This has actually been a bit of a busy week and weekend. Yesterday we did a lot of planting to bulk out the garden, and we also got hold of four Ringneck Pheasants! They are only babies, so they have yet to survive growing up and all, but they may change the way we are doing some things around here. Pheasant’s are impossible to sex when young, so we don’t know what we’ve got as of yet, but of course we hoped to increase our odds of getting a breeding pair by getting four rather than two as we were originally thinking. The local True Value sold us the birds for $3.99 each.
Here are the four Pheasants in the box. I cut a hole in the side and set it into the little cage I have been using for my young chicks. I was thinking that the bedding would stay in the box and not all over the floor of the cage, keeping the bedding away from the food and water, thus keeping them cleaner and easier to manage. Not that I have had troubles with that before with other chicks!
Here is a close up of one of the Pheasants. They are smaller than the chicken chicks we have had in the past, yet the females will grow up to 25 inches long, and the males up to 35 inched long. These amazing birds are also meant to fly as fast as 60 miles per hour in short bursts of flight. I think they may either have their wings clipped, or they may move into the chicken coop in order to keep them close to home! Well, at least till I can learn more about them! I have been advised by one person that they would likely stay close to where the food is! I would like them to breed and make more birds before these go bye-bye into a pot! But as I said, I cannot even tell what gender they are, so there is no chance of even knowing if that is possible till after they are old enough to get their feathers in!
To accommodate the Pheasants, I had to move some young chicks out to a cage in the backyard. Those chicks were the three Silver Laced Wyandot chicks we had recently picked up, and the Ameraucana Rooster and Hen my oldest picked up a couple of days ago, which were as old as the Wyandot chicks. They all are two fences away from the open desert, while the two chicks that were in there, a Dominique and an Ameraucana are now living in a new “adaptation pen” I built onto the side of the coop for the sake of introducing chicks before letting them in with the others.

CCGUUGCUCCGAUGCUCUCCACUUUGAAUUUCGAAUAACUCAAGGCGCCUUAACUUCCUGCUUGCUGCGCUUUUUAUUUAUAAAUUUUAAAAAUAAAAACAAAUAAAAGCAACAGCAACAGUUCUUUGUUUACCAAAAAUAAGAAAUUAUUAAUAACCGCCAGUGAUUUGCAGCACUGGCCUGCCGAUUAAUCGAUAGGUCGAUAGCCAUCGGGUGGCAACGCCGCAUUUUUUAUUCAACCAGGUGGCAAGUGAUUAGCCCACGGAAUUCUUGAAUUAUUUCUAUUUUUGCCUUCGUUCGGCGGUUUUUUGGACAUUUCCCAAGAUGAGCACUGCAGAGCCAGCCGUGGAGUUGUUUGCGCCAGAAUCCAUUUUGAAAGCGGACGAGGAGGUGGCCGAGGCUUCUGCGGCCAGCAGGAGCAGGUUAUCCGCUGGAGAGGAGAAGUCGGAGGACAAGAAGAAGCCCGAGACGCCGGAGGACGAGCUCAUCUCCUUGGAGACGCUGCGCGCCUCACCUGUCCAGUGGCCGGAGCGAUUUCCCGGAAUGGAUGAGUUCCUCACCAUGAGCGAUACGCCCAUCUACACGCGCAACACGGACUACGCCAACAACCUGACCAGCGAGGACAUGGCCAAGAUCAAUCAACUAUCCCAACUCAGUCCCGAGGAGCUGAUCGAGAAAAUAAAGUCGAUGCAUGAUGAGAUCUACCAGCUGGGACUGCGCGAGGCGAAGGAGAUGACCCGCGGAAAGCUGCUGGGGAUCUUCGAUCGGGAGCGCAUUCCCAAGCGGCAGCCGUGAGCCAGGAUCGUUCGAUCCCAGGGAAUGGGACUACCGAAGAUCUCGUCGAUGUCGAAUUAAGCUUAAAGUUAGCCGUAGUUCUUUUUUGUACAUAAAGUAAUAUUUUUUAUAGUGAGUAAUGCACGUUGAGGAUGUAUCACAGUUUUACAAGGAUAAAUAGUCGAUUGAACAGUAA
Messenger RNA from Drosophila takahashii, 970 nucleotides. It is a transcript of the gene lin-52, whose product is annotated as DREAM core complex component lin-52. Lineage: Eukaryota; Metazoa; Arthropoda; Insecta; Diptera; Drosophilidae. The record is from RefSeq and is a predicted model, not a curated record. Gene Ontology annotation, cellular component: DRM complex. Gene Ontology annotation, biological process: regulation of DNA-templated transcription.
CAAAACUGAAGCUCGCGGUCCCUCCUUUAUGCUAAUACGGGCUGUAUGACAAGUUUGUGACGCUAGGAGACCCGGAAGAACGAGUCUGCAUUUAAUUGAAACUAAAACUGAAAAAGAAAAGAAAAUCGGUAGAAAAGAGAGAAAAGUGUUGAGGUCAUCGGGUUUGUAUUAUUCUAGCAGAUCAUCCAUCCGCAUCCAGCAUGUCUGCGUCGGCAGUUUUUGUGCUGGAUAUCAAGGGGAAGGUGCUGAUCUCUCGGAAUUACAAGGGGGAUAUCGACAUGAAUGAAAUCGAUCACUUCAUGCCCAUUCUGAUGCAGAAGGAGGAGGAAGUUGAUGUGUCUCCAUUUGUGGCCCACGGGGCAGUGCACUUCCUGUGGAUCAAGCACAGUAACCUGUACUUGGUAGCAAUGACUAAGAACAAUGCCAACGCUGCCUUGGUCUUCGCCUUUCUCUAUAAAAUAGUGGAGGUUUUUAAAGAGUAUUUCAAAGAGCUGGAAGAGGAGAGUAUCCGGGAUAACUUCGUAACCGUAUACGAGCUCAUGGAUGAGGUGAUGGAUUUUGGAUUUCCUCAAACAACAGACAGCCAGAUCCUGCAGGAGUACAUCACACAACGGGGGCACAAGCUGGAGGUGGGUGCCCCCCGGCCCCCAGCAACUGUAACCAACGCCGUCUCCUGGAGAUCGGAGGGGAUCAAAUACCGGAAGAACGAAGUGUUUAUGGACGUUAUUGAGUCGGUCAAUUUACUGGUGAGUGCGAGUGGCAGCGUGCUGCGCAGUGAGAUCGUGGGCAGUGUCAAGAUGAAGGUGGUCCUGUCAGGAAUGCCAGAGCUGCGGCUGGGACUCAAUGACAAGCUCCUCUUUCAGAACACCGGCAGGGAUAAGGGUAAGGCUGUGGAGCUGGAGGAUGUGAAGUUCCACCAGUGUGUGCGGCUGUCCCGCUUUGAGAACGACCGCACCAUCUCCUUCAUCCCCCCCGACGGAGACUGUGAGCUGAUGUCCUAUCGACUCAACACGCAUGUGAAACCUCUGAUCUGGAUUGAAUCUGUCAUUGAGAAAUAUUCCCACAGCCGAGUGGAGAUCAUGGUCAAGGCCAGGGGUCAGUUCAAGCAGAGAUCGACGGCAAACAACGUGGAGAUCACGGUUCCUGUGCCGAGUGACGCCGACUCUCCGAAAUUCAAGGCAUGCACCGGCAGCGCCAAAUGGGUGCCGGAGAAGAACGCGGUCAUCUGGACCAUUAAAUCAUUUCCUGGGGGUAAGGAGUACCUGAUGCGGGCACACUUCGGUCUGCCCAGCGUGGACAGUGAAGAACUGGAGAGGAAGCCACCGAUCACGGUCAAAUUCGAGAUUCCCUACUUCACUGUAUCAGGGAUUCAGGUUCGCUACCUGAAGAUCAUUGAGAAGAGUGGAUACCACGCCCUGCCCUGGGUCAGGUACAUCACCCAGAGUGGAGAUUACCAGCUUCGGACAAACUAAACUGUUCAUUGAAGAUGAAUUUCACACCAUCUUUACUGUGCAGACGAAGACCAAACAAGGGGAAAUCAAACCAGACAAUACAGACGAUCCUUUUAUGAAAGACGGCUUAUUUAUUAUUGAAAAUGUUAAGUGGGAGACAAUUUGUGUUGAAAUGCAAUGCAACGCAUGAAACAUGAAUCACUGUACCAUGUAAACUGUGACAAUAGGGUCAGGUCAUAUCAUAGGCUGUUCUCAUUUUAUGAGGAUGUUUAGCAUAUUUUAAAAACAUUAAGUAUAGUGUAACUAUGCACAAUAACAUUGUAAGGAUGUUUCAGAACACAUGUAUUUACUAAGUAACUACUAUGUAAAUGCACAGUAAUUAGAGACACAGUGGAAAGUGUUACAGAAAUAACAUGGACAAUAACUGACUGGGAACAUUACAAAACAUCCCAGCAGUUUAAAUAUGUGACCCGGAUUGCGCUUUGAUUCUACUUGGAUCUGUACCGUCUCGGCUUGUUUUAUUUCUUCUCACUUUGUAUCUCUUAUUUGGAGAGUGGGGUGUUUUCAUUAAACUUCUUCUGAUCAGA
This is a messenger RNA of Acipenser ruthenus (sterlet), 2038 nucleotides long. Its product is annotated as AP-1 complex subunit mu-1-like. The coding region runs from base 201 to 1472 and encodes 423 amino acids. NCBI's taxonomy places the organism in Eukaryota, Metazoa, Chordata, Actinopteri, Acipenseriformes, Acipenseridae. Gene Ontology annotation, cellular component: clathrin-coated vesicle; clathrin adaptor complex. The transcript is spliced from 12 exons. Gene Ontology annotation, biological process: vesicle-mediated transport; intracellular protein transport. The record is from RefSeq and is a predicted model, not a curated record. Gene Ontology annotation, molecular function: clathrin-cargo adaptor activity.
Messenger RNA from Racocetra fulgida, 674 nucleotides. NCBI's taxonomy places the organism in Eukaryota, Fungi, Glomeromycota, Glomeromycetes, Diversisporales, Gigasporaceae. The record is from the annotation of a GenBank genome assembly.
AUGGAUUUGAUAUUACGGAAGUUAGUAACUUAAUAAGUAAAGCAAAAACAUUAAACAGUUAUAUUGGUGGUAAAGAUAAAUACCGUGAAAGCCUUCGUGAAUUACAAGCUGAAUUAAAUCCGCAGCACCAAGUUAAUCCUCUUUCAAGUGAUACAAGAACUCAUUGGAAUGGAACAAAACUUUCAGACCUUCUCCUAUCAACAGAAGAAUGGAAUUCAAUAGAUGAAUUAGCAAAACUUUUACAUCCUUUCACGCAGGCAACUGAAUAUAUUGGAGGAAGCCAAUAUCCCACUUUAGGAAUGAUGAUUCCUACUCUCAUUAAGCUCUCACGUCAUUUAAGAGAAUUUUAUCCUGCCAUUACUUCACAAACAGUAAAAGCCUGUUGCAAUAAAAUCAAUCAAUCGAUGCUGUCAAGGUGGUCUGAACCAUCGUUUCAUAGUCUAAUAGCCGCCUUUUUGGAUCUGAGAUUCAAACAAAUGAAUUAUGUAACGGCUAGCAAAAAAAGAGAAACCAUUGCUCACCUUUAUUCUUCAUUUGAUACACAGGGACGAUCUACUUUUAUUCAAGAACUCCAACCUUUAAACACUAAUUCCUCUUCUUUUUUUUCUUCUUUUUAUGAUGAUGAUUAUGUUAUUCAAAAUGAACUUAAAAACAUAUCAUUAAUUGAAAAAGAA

I think I may be building laying boxes in the yard if all the chickens run free range out there, and I will put the Pheasants in the coop to keep them from getting away. This would put my eggs closer to a free-range category, but I think the amount of feed I have to supplement in the absence of adequate insect supplies would keep them shy of fully making that category.
And to think, I am still thinking of Turkeys!
I am not so sure about getting geese as well as these ducks we have around here. Water Fowl are not as much fun to me as the non-watery type. Too much water required to keep them happy, and that is a bit difficult where we are in a desert environment.
Watch this space as we learn our way through Pheasant raising!
The Prospering Pheasant… uh, I mean Peasant!